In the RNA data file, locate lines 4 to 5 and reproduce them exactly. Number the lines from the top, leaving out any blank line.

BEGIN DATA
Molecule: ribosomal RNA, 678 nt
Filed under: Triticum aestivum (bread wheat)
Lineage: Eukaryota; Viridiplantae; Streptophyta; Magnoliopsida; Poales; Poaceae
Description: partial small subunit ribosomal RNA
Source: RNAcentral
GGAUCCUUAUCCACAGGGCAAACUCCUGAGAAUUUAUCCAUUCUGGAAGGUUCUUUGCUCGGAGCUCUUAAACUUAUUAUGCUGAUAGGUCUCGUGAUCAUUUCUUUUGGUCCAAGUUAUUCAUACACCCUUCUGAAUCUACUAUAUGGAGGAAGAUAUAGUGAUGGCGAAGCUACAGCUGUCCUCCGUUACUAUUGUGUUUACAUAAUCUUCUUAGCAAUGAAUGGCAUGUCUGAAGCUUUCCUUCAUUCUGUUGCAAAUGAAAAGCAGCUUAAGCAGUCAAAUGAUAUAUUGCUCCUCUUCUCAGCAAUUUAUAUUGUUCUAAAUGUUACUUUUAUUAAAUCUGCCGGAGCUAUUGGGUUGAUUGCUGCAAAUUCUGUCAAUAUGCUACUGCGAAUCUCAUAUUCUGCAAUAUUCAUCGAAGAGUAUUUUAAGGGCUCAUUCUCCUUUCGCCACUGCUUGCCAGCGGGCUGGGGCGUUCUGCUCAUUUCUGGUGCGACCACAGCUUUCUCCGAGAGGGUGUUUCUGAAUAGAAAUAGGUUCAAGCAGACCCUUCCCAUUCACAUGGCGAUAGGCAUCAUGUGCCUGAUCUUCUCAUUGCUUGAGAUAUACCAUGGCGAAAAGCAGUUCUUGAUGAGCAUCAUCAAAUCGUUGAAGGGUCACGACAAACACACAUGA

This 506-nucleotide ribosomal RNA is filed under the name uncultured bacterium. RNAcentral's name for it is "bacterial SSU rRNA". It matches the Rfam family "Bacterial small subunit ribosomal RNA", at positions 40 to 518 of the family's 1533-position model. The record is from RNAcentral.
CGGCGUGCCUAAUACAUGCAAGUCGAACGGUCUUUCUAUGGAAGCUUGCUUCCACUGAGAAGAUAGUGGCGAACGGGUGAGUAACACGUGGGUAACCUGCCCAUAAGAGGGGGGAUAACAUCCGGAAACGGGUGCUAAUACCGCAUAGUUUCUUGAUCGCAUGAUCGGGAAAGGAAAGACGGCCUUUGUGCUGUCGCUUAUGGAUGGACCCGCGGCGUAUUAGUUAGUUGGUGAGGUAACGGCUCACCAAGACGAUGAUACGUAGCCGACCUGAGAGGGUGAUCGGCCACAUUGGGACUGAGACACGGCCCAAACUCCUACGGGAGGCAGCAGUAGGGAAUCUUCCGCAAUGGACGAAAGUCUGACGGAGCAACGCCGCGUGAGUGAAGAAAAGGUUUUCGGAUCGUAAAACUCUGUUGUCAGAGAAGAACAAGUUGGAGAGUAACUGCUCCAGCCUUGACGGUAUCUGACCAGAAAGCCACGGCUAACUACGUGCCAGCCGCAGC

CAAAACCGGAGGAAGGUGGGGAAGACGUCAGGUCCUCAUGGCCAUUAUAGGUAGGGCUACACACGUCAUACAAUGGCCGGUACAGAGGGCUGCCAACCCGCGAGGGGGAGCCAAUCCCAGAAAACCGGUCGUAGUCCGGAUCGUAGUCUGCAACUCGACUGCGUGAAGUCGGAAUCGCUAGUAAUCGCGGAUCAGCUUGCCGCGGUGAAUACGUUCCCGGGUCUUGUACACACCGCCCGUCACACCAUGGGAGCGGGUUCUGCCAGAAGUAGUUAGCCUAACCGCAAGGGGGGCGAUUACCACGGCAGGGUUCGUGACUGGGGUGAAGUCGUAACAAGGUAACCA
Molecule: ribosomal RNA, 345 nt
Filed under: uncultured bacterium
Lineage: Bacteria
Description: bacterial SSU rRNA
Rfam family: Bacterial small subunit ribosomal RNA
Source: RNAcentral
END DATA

Description: partial small subunit ribosomal RNA
Source: RNAcentral